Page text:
But there is a wider message in all of this. The days of building new pipelines may be gone. Energy East, the latest proposal to ship oil from Alberta to a port on the Gulf of St. Lawrence, is meeting stiff opposition from politicians and protesters alike. Pipelines from Alberta to the Pacific seem equally improbable given the native land claims involved.

All of this presents Canada with an opportunity. Why not stop trying to sell our natural resources to foreign lands? Such thinking is reminiscent of the "hewers of wood, drawers of water" syndrome that has plagued our economic history. Instead, let's build refineries in Alberta and Saskatchewan where the resources are found. Refineries mean jobs, products that require more effort, chemicals and plastics that are in demand, all kinds of goods that are further along the production chain than the stuff that oozes out of the ground. With the demise of Keystone, Canada has its last best chance to become an economic powerhouse with industrial activity across a broad number of fronts. Let's grab it.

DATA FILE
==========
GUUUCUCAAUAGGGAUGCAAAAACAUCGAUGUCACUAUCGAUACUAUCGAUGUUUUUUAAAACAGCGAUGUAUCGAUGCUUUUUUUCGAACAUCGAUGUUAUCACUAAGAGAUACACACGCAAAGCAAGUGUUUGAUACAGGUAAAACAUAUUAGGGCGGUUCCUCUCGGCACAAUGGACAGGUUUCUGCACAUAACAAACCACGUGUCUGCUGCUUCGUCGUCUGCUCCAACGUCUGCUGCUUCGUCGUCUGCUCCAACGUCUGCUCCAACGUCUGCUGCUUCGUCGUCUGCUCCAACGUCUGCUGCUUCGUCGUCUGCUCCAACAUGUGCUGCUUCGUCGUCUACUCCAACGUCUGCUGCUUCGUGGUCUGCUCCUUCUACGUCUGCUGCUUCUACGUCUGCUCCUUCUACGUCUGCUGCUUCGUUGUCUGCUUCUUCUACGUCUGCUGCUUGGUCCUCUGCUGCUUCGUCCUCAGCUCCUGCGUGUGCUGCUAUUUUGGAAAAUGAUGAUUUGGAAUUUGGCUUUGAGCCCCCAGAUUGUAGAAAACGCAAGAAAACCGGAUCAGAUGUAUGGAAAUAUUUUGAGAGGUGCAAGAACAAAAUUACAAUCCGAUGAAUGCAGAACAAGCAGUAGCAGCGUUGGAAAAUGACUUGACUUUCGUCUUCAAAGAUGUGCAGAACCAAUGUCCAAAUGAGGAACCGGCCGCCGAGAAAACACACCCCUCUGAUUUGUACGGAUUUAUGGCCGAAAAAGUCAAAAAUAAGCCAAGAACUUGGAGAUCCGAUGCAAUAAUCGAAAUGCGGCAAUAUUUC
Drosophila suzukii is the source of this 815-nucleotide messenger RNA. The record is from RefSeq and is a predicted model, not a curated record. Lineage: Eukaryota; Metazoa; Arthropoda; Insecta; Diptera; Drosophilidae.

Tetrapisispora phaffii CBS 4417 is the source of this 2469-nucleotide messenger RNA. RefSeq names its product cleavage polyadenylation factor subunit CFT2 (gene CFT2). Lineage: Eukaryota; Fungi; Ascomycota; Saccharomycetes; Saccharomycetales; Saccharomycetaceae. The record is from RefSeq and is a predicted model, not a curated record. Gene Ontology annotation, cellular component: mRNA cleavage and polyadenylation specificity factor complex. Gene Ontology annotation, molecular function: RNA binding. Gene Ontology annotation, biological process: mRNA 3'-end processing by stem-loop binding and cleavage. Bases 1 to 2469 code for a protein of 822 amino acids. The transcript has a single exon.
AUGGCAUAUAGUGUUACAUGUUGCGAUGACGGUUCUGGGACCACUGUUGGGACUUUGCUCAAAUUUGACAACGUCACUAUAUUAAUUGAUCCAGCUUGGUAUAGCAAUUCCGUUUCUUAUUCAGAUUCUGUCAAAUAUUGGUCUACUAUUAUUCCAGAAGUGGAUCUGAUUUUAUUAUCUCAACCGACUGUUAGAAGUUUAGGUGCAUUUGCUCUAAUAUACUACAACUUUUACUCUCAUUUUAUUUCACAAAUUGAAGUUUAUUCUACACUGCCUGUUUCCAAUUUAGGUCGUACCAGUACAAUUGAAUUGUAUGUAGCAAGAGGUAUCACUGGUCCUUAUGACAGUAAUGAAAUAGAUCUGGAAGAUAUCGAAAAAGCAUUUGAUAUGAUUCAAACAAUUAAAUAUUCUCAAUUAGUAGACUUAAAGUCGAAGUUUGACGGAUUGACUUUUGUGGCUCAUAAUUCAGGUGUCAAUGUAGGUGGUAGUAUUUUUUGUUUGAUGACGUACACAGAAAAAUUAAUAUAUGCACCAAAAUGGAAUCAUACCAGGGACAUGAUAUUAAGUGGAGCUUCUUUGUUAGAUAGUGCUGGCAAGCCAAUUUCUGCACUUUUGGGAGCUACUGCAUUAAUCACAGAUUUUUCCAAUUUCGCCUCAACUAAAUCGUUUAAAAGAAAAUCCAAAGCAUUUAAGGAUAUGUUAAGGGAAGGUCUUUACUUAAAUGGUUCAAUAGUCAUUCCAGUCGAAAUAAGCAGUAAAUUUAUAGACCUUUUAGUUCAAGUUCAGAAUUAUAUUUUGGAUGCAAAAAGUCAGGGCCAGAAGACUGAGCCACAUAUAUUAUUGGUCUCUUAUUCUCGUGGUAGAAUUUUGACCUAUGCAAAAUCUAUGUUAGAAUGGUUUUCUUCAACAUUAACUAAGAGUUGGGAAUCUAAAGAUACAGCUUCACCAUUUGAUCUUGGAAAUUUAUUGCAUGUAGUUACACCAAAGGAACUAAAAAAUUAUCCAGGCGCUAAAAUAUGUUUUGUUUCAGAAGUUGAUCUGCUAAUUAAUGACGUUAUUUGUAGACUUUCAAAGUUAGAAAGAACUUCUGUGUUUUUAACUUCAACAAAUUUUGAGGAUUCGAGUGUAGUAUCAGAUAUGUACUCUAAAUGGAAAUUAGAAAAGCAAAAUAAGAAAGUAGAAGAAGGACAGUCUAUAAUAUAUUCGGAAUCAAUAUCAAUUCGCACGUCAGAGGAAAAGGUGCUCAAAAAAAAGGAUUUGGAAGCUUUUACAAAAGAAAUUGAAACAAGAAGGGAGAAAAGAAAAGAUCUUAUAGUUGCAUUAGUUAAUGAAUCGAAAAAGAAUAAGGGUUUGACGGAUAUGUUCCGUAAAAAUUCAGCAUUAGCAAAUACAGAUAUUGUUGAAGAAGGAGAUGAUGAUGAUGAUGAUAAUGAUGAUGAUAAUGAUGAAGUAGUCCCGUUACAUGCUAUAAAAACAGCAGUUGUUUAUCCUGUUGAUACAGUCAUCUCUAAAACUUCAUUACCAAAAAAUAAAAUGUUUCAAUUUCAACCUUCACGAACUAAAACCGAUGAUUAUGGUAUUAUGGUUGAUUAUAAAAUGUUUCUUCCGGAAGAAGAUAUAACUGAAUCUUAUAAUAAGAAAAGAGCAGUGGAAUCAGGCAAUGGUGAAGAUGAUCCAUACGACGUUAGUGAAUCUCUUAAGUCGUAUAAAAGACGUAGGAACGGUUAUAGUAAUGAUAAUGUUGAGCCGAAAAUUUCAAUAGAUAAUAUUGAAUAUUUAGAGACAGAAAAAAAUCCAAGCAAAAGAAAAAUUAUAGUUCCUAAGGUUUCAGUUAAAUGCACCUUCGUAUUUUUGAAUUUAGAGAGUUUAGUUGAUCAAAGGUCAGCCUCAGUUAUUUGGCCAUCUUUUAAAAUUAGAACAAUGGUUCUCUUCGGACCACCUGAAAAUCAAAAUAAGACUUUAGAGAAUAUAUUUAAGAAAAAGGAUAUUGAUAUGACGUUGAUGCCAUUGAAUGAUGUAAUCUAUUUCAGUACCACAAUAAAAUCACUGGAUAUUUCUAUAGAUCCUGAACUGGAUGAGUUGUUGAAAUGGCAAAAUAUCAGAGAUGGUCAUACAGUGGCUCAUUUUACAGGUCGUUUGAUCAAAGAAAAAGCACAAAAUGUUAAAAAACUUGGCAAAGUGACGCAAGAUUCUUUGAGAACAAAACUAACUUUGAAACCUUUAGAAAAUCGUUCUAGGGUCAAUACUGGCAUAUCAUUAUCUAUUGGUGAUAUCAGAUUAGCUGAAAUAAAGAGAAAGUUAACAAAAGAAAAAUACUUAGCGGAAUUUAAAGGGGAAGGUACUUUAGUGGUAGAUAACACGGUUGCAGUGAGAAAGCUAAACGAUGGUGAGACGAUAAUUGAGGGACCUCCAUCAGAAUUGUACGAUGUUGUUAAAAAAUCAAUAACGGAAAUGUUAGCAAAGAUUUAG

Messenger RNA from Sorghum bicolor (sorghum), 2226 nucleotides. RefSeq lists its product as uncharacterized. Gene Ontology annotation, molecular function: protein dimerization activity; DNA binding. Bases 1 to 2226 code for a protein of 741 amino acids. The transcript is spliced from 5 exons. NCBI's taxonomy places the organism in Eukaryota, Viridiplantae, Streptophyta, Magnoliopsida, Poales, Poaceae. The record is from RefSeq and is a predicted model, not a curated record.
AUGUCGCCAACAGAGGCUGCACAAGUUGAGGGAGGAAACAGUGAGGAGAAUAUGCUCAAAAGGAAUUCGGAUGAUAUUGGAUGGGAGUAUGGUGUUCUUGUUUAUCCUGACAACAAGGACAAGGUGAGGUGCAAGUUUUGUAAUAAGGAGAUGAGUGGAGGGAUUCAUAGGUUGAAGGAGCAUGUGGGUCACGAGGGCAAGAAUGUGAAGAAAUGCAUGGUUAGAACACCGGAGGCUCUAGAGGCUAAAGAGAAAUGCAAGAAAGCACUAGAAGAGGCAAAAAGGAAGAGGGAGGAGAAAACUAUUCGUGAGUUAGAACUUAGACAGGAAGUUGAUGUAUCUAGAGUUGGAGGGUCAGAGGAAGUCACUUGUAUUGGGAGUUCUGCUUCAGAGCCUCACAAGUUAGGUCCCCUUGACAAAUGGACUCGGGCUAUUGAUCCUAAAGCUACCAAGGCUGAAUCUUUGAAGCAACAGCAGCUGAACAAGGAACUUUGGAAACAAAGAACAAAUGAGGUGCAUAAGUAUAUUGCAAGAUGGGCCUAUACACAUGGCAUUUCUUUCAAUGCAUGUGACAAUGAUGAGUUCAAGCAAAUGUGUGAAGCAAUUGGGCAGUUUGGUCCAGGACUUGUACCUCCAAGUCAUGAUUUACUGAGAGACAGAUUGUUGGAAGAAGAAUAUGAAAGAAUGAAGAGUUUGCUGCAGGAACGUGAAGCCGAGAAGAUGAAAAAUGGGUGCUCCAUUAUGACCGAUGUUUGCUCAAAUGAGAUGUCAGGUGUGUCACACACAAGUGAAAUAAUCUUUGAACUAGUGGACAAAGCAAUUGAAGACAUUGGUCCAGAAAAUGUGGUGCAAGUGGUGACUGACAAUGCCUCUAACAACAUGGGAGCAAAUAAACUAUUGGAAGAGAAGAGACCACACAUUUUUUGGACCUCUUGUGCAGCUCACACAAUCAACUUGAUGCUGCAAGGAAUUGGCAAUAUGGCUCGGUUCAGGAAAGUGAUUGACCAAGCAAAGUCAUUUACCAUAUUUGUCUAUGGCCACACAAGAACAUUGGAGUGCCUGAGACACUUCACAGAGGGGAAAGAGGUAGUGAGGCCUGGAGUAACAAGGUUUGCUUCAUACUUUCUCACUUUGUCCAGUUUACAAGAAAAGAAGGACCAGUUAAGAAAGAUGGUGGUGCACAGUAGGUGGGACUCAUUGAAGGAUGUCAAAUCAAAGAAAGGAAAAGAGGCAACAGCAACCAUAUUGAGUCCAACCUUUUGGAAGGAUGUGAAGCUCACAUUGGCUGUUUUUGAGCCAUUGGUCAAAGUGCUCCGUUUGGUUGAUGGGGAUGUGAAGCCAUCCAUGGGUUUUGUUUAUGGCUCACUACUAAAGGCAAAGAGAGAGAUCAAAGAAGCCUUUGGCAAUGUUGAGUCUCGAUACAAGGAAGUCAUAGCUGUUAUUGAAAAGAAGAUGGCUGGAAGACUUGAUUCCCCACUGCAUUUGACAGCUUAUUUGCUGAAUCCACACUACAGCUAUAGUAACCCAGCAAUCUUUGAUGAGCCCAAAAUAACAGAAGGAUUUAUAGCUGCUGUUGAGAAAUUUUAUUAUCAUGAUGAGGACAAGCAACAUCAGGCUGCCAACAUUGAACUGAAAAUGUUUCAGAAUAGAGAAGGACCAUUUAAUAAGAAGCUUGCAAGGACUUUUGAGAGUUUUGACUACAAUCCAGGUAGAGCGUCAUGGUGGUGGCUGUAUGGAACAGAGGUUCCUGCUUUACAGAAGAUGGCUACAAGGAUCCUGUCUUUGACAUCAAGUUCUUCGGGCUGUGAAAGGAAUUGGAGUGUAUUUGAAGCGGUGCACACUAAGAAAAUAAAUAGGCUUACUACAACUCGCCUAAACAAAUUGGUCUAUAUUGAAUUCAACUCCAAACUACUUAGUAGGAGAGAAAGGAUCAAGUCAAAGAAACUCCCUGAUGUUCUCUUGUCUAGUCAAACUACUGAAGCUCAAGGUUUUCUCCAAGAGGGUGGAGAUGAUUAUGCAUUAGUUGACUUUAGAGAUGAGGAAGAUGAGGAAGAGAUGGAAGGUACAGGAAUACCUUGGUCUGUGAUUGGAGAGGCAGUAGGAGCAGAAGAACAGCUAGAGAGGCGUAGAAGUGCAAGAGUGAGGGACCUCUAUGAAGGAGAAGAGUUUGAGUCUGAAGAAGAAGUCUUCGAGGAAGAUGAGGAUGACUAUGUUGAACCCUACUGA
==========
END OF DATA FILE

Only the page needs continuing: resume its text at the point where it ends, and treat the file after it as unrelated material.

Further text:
Live and let die

The Alex Colville retrospective at the Art Gallery of Ontario is spectacular. It is huge, half a dozen rooms worth, all of his best works. Everyone knows at least one: the horse racing toward the train, the woman staring through binoculars, Colville with a pistol on the table. Like any good art, his individual pieces get engraved into your mind.